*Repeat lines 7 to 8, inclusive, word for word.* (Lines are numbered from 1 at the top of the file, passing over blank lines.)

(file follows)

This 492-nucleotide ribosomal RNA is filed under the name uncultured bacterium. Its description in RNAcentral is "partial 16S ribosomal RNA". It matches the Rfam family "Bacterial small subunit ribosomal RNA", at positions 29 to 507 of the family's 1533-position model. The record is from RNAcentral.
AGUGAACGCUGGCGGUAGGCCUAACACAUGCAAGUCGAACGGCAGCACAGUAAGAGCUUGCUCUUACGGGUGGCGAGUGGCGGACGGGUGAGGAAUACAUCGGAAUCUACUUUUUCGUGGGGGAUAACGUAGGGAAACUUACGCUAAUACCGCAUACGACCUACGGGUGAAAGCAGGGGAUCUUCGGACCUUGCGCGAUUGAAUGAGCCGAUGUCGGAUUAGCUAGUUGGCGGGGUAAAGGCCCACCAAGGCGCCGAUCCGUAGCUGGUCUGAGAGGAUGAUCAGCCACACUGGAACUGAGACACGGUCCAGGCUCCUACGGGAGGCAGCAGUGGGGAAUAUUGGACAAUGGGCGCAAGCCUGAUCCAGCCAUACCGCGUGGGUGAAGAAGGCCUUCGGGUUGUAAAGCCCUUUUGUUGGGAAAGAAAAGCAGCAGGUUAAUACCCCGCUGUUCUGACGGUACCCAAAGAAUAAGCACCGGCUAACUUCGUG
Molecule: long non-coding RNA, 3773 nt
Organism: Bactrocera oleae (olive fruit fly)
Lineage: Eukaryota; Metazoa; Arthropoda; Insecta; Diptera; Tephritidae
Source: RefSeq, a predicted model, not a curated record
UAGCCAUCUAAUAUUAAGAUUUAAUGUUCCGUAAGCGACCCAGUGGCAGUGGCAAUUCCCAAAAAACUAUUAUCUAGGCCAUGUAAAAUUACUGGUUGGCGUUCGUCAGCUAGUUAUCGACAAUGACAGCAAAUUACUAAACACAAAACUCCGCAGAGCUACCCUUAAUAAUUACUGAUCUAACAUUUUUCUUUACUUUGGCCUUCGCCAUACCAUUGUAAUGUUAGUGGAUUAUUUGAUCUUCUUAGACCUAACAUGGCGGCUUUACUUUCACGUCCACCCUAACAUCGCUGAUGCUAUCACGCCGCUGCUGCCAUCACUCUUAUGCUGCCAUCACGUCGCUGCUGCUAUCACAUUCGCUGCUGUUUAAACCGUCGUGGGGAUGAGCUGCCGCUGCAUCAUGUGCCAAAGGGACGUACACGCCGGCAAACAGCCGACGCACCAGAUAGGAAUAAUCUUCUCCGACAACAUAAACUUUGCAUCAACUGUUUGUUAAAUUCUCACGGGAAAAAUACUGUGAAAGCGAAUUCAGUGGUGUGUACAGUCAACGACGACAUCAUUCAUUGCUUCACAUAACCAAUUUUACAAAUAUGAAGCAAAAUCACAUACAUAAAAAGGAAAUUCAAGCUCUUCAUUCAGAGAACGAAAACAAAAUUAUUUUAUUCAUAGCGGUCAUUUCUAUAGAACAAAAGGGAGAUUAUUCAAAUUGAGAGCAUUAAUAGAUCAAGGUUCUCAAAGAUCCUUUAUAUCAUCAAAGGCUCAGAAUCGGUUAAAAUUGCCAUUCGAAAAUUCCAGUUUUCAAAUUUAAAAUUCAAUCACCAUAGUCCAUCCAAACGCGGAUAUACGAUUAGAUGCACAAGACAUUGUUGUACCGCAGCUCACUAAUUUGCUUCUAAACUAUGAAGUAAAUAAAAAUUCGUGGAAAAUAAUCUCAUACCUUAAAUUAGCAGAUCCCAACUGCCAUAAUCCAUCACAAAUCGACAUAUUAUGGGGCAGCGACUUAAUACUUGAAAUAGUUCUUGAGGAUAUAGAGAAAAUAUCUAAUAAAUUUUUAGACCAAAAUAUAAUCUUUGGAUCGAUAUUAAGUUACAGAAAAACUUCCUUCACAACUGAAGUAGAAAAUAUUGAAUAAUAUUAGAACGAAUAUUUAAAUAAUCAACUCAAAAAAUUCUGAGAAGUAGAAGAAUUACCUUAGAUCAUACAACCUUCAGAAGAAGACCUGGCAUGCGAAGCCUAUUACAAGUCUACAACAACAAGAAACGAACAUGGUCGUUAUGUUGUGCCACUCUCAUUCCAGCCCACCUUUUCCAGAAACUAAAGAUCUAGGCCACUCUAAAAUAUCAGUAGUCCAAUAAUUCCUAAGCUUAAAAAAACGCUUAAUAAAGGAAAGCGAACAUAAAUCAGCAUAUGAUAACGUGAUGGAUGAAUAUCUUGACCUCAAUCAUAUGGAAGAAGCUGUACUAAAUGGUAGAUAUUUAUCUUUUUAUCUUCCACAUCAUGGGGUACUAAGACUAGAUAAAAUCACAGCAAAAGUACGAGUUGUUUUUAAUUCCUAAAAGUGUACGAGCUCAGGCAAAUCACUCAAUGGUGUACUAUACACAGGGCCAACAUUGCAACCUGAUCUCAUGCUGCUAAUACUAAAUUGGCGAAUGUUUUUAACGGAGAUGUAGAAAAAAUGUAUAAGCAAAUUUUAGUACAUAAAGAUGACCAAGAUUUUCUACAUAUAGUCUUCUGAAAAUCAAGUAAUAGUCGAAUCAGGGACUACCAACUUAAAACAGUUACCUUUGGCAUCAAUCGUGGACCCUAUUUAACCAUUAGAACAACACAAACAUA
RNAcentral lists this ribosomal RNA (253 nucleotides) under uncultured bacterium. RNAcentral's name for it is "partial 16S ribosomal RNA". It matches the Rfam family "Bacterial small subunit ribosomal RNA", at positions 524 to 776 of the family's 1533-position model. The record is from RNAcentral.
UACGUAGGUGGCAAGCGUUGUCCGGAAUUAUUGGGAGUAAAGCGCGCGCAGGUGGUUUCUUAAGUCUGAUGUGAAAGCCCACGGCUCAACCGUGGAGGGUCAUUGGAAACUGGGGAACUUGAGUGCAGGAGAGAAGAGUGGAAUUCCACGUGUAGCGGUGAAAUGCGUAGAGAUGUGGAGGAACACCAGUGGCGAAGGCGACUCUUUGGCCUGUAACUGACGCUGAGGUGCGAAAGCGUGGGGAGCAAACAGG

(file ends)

UAGCCAUCUAAUAUUAAGAUUUAAUGUUCCGUAAGCGACCCAGUGGCAGUGGCAAUUCCCAAAAAACUAUUAUCUAGGCCAUGUAAAAUUACUGGUUGGCGUUCGUCAGCUAGUUAUCGACAAUGACAGCAAAUUACUAAACACAAAACUCCGCAGAGCUACCCUUAAUAAUUACUGAUCUAACAUUUUUCUUUACUUUGGCCUUCGCCAUACCAUUGUAAUGUUAGUGGAUUAUUUGAUCUUCUUAGACCUAACAUGGCGGCUUUACUUUCACGUCCACCCUAACAUCGCUGAUGCUAUCACGCCGCUGCUGCCAUCACUCUUAUGCUGCCAUCACGUCGCUGCUGCUAUCACAUUCGCUGCUGUUUAAACCGUCGUGGGGAUGAGCUGCCGCUGCAUCAUGUGCCAAAGGGACGUACACGCCGGCAAACAGCCGACGCACCAGAUAGGAAUAAUCUUCUCCGACAACAUAAACUUUGCAUCAACUGUUUGUUAAAUUCUCACGGGAAAAAUACUGUGAAAGCGAAUUCAGUGGUGUGUACAGUCAACGACGACAUCAUUCAUUGCUUCACAUAACCAAUUUUACAAAUAUGAAGCAAAAUCACAUACAUAAAAAGGAAAUUCAAGCUCUUCAUUCAGAGAACGAAAACAAAAUUAUUUUAUUCAUAGCGGUCAUUUCUAUAGAACAAAAGGGAGAUUAUUCAAAUUGAGAGCAUUAAUAGAUCAAGGUUCUCAAAGAUCCUUUAUAUCAUCAAAGGCUCAGAAUCGGUUAAAAUUGCCAUUCGAAAAUUCCAGUUUUCAAAUUUAAAAUUCAAUCACCAUAGUCCAUCCAAACGCGGAUAUACGAUUAGAUGCACAAGACAUUGUUGUACCGCAGCUCACUAAUUUGCUUCUAAACUAUGAAGUAAAUAAAAAUUCGUGGAAAAUAAUCUCAUACCUUAAAUUAGCAGAUCCCAACUGCCAUAAUCCAUCACAAAUCGACAUAUUAUGGGGCAGCGACUUAAUACUUGAAAUAGUUCUUGAGGAUAUAGAGAAAAUAUCUAAUAAAUUUUUAGACCAAAAUAUAAUCUUUGGAUCGAUAUUAAGUUACAGAAAAACUUCCUUCACAACUGAAGUAGAAAAUAUUGAAUAAUAUUAGAACGAAUAUUUAAAUAAUCAACUCAAAAAAUUCUGAGAAGUAGAAGAAUUACCUUAGAUCAUACAACCUUCAGAAGAAGACCUGGCAUGCGAAGCCUAUUACAAGUCUACAACAACAAGAAACGAACAUGGUCGUUAUGUUGUGCCACUCUCAUUCCAGCCCACCUUUUCCAGAAACUAAAGAUCUAGGCCACUCUAAAAUAUCAGUAGUCCAAUAAUUCCUAAGCUUAAAAAAACGCUUAAUAAAGGAAAGCGAACAUAAAUCAGCAUAUGAUAACGUGAUGGAUGAAUAUCUUGACCUCAAUCAUAUGGAAGAAGCUGUACUAAAUGGUAGAUAUUUAUCUUUUUAUCUUCCACAUCAUGGGGUACUAAGACUAGAUAAAAUCACAGCAAAAGUACGAGUUGUUUUUAAUUCCUAAAAGUGUACGAGCUCAGGCAAAUCACUCAAUGGUGUACUAUACACAGGGCCAACAUUGCAACCUGAUCUCAUGCUGCUAAUACUAAAUUGGCGAAUGUUUUUAACGGAGAUGUAGAAAAAAUGUAUAAGCAAAUUUUAGUACAUAAAGAUGACCAAGAUUUUCUACAUAUAGUCUUCUGAAAAUCAAGUAAUAGUCGAAUCAGGGACUACCAACUUAAAACAGUUACCUUUGGCAUCAAUCGUGGACCCUAUUUAACCAUUAGAACAACACAAACAUA
RNAcentral lists this ribosomal RNA (253 nucleotides) under uncultured bacterium. RNAcentral's name for it is "partial 16S ribosomal RNA". It matches the Rfam family "Bacterial small subunit ribosomal RNA", at positions 524 to 776 of the family's 1533-position model. The record is from RNAcentral.